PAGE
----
Halting violence in El Barrio

Johnny Díaz, a 12-year-old seventh grader at PS 171, gathered with dozens of other young people to call upon the community to end violence in the streets of El Barrio.

In response to shootings and gang activity in East Harlem, city council member Melissa Mark-Viverito, together with other elected officials, presented the Youth Violence Task Force outside the James Weldon Johnson Community Center.

Johnny is a member of this team, which formed in June of 2010 and is made up of about 200 youths.

“The authorities should listen to us and give us alternatives. There are many Latino young people who want a peaceful community. We want more places to play and study,” said Johnny.

Johnny is also a member of the Torch Club, a youth group that participates in community activities, like bringing food to poor people at Christmas.

Mark-Viverito agreed with Johnny. The city council member stressed that El Barrio needs more programs that prevent children and teenagers from becoming involved in violent acts. In September, a bullet hit Mark-Viverito’s car during a shooting. She said that the alleged attacker was a 16-year-old boy.

“This violence in the streets demands collective action,” she declared.

The Youth Violence Task Force receives support from more than 20 community organizations, among them Arts for Change, CUNY Medical School, Homes and Peace on the Street and Youth Action Programs.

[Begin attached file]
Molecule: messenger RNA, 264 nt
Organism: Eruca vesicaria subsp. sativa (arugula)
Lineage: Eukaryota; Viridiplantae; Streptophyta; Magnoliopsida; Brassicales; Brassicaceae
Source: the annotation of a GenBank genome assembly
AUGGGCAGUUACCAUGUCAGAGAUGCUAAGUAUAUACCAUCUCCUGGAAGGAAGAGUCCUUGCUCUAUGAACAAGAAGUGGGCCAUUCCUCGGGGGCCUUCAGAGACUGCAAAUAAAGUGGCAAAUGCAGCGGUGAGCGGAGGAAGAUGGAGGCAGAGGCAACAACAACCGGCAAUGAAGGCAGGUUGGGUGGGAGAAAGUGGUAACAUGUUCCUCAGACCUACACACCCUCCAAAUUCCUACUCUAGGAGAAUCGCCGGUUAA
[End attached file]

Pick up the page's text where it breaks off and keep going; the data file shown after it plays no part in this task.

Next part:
The goals of the Youth Violence Task Force include strengthening the relationship between the police and young people in the community. Programs that the team focuses on include handing in weapons to authorities and preventing young people from being interrogated by police who use the Stop-and-Frisk tactic.

The team’s youth employment program seeks to reduce unemployment rate in El Barrio.

Ilda Morales, 12, said that unemployment is her greatest concern for the future.

“From now on, I’m going to do something for my community, because I don’t want to face the same problems when I’m an adult. I want to graduate and have a job with a decent salary,” Ilda said.

In the Big Apple, over 20% of Latinos ages 16 to 24 do not have a job [pdf], according to data from the 2010 Census.

“Without work, it’s easier to join a gang and use a weapon to look for money,” added Ilda, who is a member of the Youth Violence Task Force.

Next to Ilda stood Peggy Morales, a member of Community Board 11. Morales said that young people need places to play sports and more art and cultural centers.

“The task force is the first step, but we still have a lot to do. If we don’t want children in the streets, then we have to make an effort to give them alternatives.”

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